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What You Need To Do When Treating Animals

Last Updated: March 11, 2013


Identify all treated animals (leg band, tag number, marker, paint); and if treating a group, also identify the pen using a card on the outside prior to administering treatment.


Record the following information immediately before administering treatment:

  • animal treated (number of tag, pen number)
  • date treated
  • what treated for (diagnosis)
  • medicine used
  • dosage
  • route of administration (IM, IMM, SC, oral)
  • injection site (neck, right or left side - udder, identify quarters treated)
  • withdrawal time (hours for milk, days for meat)
  • broken needles (location)
  • shipping date (if being culled)
  • who treated animal


Treat the animal and ensure that the medication being given is the proper one; check dosage carefully.

Enhance your livestock medicines management system

  • Post procedures (checklist) - Post a copy of medication procedures in a visible location (near medicine storage area).
  • File folders that can be used to store product inserts, boxes, and labels. This can be useful when you need to find lot numbers or accurately identify products.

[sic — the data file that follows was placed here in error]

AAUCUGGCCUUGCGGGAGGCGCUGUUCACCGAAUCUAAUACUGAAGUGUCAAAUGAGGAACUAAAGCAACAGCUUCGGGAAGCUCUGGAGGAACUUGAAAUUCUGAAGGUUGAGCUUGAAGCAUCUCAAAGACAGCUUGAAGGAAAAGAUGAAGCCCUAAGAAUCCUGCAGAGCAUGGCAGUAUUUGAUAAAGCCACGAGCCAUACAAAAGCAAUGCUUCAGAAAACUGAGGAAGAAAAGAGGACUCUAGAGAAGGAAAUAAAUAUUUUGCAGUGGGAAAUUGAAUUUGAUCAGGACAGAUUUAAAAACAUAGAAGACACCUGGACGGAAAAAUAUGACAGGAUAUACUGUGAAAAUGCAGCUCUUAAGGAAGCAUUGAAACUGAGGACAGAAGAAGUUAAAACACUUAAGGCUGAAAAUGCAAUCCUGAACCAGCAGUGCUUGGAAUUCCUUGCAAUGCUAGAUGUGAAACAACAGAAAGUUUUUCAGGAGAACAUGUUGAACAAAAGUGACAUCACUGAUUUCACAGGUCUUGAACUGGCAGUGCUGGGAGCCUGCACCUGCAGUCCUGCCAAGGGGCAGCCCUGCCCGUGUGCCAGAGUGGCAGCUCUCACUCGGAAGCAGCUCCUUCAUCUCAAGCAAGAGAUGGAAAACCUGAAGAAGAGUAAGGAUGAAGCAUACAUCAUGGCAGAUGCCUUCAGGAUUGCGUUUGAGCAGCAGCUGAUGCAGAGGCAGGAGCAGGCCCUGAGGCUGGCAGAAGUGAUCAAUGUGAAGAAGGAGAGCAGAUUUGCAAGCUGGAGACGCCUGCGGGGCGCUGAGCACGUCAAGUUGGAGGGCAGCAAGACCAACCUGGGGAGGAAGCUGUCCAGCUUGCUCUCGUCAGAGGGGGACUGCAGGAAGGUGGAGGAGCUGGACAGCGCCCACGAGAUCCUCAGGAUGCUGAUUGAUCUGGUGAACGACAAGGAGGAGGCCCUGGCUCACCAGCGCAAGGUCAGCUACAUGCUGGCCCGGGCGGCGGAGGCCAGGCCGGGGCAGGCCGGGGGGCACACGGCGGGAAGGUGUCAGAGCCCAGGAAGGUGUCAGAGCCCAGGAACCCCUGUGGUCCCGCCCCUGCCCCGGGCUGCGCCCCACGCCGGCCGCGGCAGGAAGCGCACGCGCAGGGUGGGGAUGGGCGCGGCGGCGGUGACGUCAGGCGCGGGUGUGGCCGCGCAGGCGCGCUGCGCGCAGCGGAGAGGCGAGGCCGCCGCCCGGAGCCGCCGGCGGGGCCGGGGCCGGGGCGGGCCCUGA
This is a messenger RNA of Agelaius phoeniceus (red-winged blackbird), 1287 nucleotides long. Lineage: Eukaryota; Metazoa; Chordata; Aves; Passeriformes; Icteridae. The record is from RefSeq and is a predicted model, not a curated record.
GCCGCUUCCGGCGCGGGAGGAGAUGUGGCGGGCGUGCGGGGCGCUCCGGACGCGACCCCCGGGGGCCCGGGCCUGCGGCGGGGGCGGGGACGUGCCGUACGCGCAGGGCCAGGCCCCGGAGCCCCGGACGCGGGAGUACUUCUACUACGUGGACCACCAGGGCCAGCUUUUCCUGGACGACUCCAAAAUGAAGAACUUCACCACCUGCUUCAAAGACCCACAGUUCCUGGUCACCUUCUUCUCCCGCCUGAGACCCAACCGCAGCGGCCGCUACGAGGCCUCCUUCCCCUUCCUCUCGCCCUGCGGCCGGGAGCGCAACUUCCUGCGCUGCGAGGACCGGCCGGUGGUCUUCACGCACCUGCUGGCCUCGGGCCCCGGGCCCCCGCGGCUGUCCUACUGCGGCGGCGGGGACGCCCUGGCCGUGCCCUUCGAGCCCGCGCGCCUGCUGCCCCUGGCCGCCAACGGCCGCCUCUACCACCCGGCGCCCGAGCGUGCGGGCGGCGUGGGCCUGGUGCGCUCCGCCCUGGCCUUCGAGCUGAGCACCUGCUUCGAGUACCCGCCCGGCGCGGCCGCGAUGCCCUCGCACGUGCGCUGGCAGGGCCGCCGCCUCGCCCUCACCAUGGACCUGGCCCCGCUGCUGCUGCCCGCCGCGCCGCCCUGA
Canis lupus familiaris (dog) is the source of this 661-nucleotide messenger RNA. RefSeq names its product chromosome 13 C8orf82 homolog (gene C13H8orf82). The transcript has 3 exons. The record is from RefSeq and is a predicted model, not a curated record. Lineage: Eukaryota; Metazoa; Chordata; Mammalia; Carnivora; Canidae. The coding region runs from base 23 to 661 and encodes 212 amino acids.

• Keep a copy of all prescriptions and protocols in your file.
  • Records should be kept for a minimum of two years.
  • Obtain previous health records and individual animal information when you receive cattle.
  • Monitor the results of programs. Monitor staff to make sure your procedures and protocols are being properly followed. Ongoing training may be necessary. Communicate with your veterinarian and make changes to current protocols as required.
  • Develop a complete herd health program with your veterinarian. Meet on a regular basis to update programs, make product selection decisions and changes based on results of current programs.


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